13 Feb 2019
Yayoi Kusama: Infinity Mirrors
Reviewed by Andy Gambrell
Six of Yayoi Kusama's "Infinity Mirror" rooms, along with many paintings and sculptures by the artist, are on view at the High Museum of Art in Atlanta. The show spans from hauntingly beautiful, small gouache paintings made in the 1950's to a collaborative work with museum visitors, The Obliteration Room, installed in 2018.
Kusama's rooms are all made in a similar way, with objects or lights packed into a space covered in mirrors. Yet the sensory experience of each room is quite different. Phalli's Field (1965) situates the viewer in an overwhelming sea of dot-covered sculpture. Walking inside is a Being John Malkovich-like transition into the mind of an obsessive. In contrast, Aftermath of Obliteration of Eternity (2009) is strikingly poetic. Warmly colored miniature lanterns pulse into and out of existence almost in harmony. The experience is as intimate as standing in a swarm of fireflies, but nods to sublime themes of birth, death, and impermanence.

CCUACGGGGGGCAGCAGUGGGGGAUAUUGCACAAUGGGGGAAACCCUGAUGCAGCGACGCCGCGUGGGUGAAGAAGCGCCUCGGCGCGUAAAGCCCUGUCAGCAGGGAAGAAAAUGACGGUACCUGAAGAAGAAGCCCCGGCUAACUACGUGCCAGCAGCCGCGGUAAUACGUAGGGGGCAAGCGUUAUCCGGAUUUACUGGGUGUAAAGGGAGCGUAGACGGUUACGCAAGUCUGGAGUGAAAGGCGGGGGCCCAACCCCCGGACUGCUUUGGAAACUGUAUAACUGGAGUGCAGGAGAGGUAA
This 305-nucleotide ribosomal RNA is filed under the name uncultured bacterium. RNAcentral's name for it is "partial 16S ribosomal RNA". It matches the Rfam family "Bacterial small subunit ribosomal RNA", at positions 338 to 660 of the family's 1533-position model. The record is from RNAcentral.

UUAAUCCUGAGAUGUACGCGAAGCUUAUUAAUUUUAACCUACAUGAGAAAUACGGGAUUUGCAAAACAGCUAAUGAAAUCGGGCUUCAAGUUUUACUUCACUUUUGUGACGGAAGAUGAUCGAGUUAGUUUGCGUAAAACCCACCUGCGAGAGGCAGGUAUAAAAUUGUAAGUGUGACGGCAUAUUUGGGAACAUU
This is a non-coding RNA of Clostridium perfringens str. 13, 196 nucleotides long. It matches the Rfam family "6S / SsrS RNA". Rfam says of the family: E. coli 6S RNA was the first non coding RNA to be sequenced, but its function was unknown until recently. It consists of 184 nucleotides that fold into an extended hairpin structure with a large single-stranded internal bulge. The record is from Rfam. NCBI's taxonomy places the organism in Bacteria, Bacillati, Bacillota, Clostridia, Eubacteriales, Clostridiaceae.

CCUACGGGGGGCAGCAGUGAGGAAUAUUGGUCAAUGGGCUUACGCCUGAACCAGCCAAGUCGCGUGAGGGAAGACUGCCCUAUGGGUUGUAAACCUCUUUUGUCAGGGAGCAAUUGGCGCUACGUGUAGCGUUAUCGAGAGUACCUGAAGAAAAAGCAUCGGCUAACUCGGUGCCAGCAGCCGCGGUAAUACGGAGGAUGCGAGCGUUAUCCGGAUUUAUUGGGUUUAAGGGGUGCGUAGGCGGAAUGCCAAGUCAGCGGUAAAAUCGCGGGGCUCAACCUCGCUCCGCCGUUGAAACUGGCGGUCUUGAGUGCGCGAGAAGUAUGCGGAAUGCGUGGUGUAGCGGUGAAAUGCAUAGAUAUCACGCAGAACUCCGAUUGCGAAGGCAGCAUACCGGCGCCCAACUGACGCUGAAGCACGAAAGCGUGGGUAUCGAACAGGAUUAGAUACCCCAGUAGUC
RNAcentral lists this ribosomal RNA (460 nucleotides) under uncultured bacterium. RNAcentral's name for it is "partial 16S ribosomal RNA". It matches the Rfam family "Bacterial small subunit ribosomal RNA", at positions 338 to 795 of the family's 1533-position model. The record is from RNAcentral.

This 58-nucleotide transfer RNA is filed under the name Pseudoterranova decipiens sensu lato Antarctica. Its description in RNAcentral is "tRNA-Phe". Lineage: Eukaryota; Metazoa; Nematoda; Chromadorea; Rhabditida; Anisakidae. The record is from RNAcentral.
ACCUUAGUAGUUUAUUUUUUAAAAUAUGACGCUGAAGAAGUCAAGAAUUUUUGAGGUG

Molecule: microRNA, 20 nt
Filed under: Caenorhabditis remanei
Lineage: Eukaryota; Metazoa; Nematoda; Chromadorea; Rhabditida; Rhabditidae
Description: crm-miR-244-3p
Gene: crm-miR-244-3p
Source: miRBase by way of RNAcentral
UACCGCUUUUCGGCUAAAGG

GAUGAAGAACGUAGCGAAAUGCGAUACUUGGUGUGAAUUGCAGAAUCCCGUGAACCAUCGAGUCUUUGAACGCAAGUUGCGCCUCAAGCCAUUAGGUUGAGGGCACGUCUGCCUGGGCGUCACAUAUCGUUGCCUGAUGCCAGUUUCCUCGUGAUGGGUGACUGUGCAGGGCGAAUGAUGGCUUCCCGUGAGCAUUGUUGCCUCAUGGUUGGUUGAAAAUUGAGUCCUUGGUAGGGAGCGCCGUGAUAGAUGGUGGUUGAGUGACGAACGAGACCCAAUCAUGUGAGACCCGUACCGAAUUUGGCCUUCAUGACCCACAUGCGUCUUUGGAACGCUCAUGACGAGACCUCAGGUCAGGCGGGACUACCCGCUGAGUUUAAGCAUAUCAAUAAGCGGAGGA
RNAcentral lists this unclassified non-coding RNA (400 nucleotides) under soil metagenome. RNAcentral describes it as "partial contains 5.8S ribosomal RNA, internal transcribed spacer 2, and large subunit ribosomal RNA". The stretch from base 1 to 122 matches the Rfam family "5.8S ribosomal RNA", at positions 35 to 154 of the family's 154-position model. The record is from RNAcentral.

|Exhibition||Yayoi Kusama: Infinity Mirrors link|
|Start date||18 Nov 2018|
|End date||17 Feb 2019 (37 days ago)|
|Presenter||High Museum link|
|Venue||1280 Peachtree Street NE, Atlanta, GA, USA map|
|Image||Yayoi Kusama, The Obliteration Room, 2002–present, furniture, paint and dot stickers, collaboration between Yayoi Kusama and Queensland Art Gallery, commissioned by the Queensland Art Gallery, Australia, gift of the artist through the Queensland Art Gallery Foundation 2012, collection of the Queensland Art Gallery, Brisbane, Australia, © Yayoi Kusama, photo by QAGOMA Photography|
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